President Cyril Ramaphosa stands for the national anthem during the state of the nation ceremony in the national assembly in Cape Town. Picture: BLOOMBERG/DWAYNE SENIOR
President Cyril Ramaphosa stands for the national anthem during the state of the nation ceremony in the national assembly in Cape Town. Picture: BLOOMBERG/DWAYNE SENIOR

President Cyril Ramaphosa’s state of the nation address got off to a rocky and rowdy start on Thursday evening when the EFF lived up to its promise to disrupt proceedings. 

After more than an hour of disruptions by EFF MPs speaker Thandi Modise briefly suspended the sitting. When it reconvened the EFF staged a walkout. 

The disruption began with EFF leader Julius Malema rising on a point of order, saying former president FW De Klerk should not be allowed in the house as he is “a murderer”.


“And therefore it is an insult to those who died [under the instruction of De Klerk] that the commander of Vlakplaas [the apartheid-era police’s special unit] ... be here. He has to leave this parliament because he does not belong here.”

De Klerk was the president of SA between 1989 and 1994 and negotiated a transition from the apartheid system to democracy and majority rule.

Modise said the joint sitting of the houses of parliament has been called for one item only, to give the president space to address the nation and it is convention for all former presidents who are alive to be invited. She ruled that De Klerk’s presence was proper and followed due process and the rules of the house. She eventually ruled that proceedings should continue.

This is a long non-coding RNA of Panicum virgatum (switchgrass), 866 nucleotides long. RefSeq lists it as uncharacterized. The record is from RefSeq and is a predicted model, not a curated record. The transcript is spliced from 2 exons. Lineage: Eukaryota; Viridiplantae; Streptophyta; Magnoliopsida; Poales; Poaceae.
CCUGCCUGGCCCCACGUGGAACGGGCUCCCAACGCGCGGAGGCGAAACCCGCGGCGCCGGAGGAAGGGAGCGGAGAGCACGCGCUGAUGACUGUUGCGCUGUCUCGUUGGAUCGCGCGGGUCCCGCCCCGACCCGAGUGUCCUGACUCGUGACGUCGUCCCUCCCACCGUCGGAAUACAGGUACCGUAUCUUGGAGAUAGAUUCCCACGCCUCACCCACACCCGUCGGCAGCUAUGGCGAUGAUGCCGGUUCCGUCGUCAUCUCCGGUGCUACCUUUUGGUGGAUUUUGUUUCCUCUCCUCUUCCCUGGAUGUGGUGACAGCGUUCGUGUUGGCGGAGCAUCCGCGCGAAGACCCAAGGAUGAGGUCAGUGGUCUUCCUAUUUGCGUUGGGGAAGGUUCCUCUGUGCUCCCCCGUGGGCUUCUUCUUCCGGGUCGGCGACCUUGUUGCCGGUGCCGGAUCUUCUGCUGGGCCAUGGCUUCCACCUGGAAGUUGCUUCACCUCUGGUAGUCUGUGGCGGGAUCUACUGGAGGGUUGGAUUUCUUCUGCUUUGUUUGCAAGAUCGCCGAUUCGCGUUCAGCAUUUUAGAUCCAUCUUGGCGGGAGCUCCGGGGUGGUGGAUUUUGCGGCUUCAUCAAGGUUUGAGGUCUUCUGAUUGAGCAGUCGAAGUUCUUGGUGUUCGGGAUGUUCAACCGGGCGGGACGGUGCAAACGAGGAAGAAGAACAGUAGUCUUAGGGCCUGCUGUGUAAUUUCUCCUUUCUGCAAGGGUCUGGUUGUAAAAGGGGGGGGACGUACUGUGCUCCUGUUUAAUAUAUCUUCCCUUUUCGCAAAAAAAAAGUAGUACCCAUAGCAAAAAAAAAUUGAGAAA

Before President Cyril Ramaphosa could begin his state of the nation address in parliament on February 13 2020, members of the EFF disrupted proceedings for an hour before the event had to be suspended.During the suspension, party leaders and MPs spoke about the events. The EFF left parliament and commented on their actions.

When Ramaphosa began delivering his address, the EFF raised another point of order, this time objecting to public enterprises minister Pravin Gordhan remaining in his position. “He has caused the economy of this country to plunge into darkness,” EFF MPs said.  

Modise dismissed the EFF motion, saying the joint sitting is not the time to discuss how the president appoints or fires members of the cabinet. “Members of the house have freedom of speech, but that is not unlimited,” she said.

However, EFF member continued raising points of order which eventually forced Modise to suspend the sitting, an unprecedented move.

When proceedings eventually got underway again, the EFF walked out , warning that they will make Ramaphosa’s life difficult whenever he appears in the house as long as Gordhan remains a minister. 

The EFF had vowed weeks earlier to halt Ramaphosa's address as part of its campaign to get Gordhan fired.

The red berets want Gordhan, who they see as the poster child of “white monopoly capital”, sacked because of his alleged involvement in the demise of several state-owned enterprises (SOEs), not least Eskom and SAA. The party also alleges that Gordhan is on a mission to purge black professionals, and is leading the looting of parastatals amid purported moves to privatise SOEs.

During the Jacob Zuma years, interruptions by the EFF in parliament became commonplace as the party called on him to resign and to pay back the money that was used by the state to upgrade his private home in Nkandla. That strategy paid off, and it seems the party is ready to implement it to drive Gordhan out of office.

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